Robert Zangrando's The NAACP Crusade Against Lynching, 1909-1950, cites the figures compiled by the Tuskegee Institute: that during the 87 year span between 1882 and 1968 a total of 1,297 whites and 3,445 blacks were lynched. If racism were the prime mover, the almost 1,300 whites require some explanation. The major explanation as an alternative to the racial one is the amount of crime to which local communities were reacting.

We know, of course, of the cattle-rustling and other crimes committed in the "wild west." What most people today don't know about is the extent of black crime in the South. In his book on lynching, James Elbert Cutler quotes with favor a statement that during those years "the worst instincts of the negro came to the front; the percentage of criminals among negroes increased to an alarming extent; many were guilty of crimes of violence of the most heinous and repulsive kind." Another author tells that "in 1921-22, the homicide rates in Atlanta, Birmingham, Memphis, and New Orleans per 100,000 Negro population were 103.2, 97.2, 116.9, and 46.7 respectively, while the corresponding rates for the white population were 15.0, 28.0, 29.6, and 8.4." W.E.B. DuBois, the black-activist leader whom today's conventional wisdom perhaps respects most from among the black leaders of that day, spoke candidly of "a class of black criminals, loafers, and ne'er-do-wells who are a menace to their fellows, both black and white." That three-quarters of those lynched were black isn't surprising under those circumstances.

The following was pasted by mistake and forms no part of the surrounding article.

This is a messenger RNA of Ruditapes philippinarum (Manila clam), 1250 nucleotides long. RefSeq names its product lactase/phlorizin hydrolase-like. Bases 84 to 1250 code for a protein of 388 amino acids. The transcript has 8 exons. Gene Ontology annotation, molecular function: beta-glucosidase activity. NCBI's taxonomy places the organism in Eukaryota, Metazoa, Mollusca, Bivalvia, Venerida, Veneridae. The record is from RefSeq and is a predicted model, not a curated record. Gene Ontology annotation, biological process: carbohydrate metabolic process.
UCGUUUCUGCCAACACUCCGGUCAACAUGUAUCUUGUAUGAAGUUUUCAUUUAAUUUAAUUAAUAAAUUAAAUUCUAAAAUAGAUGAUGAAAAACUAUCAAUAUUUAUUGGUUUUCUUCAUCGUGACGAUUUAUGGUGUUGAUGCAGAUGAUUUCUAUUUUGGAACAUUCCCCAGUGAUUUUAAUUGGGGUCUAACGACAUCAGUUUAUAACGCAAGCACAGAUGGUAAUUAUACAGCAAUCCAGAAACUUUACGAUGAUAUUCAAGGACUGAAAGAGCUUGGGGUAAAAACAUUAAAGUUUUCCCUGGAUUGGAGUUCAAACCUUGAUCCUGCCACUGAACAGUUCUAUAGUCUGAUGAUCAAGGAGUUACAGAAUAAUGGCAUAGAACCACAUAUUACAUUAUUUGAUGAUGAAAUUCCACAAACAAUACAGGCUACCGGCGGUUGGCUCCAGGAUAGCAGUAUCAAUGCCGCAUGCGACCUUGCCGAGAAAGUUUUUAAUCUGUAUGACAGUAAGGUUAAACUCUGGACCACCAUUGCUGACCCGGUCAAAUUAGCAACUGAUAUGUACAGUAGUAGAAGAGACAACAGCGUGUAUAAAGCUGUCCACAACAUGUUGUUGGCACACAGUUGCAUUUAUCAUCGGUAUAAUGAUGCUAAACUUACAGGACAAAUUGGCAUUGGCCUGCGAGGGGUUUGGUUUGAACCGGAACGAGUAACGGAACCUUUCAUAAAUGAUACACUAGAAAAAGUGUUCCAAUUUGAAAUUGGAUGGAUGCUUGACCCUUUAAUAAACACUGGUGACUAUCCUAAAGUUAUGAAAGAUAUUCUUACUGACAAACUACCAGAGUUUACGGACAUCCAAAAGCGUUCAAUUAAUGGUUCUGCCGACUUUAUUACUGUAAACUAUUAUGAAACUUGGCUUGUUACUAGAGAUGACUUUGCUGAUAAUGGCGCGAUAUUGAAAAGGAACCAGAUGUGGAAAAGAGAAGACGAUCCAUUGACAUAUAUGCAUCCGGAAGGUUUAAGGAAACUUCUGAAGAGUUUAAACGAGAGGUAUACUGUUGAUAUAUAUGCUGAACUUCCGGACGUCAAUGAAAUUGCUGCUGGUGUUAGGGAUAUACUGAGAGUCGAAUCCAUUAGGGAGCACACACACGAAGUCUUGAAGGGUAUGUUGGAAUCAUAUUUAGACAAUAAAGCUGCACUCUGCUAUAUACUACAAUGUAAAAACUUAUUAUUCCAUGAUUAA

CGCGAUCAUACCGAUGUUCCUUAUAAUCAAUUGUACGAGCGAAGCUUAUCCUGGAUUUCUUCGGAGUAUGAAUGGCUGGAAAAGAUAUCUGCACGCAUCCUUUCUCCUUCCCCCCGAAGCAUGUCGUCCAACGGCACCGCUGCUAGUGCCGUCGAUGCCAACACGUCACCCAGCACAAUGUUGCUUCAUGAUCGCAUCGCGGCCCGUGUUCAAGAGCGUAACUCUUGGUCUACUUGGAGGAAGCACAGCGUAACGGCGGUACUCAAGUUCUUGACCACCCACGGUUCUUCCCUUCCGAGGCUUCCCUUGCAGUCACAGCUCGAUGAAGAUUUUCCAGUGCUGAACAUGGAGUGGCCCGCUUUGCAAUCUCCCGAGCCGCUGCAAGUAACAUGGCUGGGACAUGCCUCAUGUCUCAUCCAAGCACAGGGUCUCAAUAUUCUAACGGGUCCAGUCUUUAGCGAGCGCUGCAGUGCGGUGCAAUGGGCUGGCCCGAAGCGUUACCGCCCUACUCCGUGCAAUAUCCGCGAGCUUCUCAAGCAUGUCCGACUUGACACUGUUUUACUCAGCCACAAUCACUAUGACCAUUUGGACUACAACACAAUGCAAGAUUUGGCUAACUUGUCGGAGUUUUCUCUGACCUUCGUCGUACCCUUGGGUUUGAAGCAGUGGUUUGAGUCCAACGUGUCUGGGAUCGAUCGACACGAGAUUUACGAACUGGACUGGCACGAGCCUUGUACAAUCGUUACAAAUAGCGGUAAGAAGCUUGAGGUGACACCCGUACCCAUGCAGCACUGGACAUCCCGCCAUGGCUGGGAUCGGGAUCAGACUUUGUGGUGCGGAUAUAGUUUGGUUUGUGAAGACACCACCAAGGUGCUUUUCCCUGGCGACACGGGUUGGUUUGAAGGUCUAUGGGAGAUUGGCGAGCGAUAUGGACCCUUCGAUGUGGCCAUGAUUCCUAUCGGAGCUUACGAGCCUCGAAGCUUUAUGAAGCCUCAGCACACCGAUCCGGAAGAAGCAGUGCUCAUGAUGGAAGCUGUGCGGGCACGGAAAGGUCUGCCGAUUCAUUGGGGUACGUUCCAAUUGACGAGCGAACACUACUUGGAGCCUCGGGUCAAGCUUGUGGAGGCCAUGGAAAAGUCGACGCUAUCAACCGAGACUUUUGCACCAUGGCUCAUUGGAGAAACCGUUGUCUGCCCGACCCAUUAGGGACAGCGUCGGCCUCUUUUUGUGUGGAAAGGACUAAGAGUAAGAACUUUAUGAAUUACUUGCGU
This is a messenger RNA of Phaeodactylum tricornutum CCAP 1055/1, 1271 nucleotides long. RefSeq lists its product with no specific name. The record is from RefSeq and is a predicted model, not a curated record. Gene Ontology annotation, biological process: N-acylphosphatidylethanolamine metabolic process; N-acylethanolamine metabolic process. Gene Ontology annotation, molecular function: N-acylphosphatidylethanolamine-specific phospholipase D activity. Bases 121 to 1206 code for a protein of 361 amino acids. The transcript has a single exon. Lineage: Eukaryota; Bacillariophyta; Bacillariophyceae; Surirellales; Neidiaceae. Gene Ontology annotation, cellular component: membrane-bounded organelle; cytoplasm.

Dray makes the point that some of the lynchings were for trivial offenses, but fails to mention that there were whites as well as blacks who ran afoul of this. In Pine Level, North Carolina, in 1908, blacks themselves lynched a black entertainer for "putting on a poor show."

2. To those of us who value the long-standing ideal of the "rule of law" and of "due process," even one lynching is one too many. This is underscored, especially, when the lynching is carried out with the utmost cruelty. But even this is worth understanding in perspective. Records show that there were, as we have seen, 4,742 lynchings in the United States during an 87 year period, with three-fourths of these being of blacks. Match this against the 85 to 100 million that reputable European scholars estimate were killed under Communism after 1917. Match it against the unknown number of blacks killed by other blacks in drive-by shootings in recent years. Match it against the genocides committed on an on-going basis around the world: an estimated 500,000 to 800,000 in Rwanda, one and a half million in Sudan, 200,000 in Liberia and so on, seemingly ad infinitum. Those hundreds of thousands and even millions don't, of course, excuse even a single vicious act in the United States. But they do have a bearing on the gravamen of the alienated intellectuals' case against the United States: that American "racism" has been almost uniquely virulent.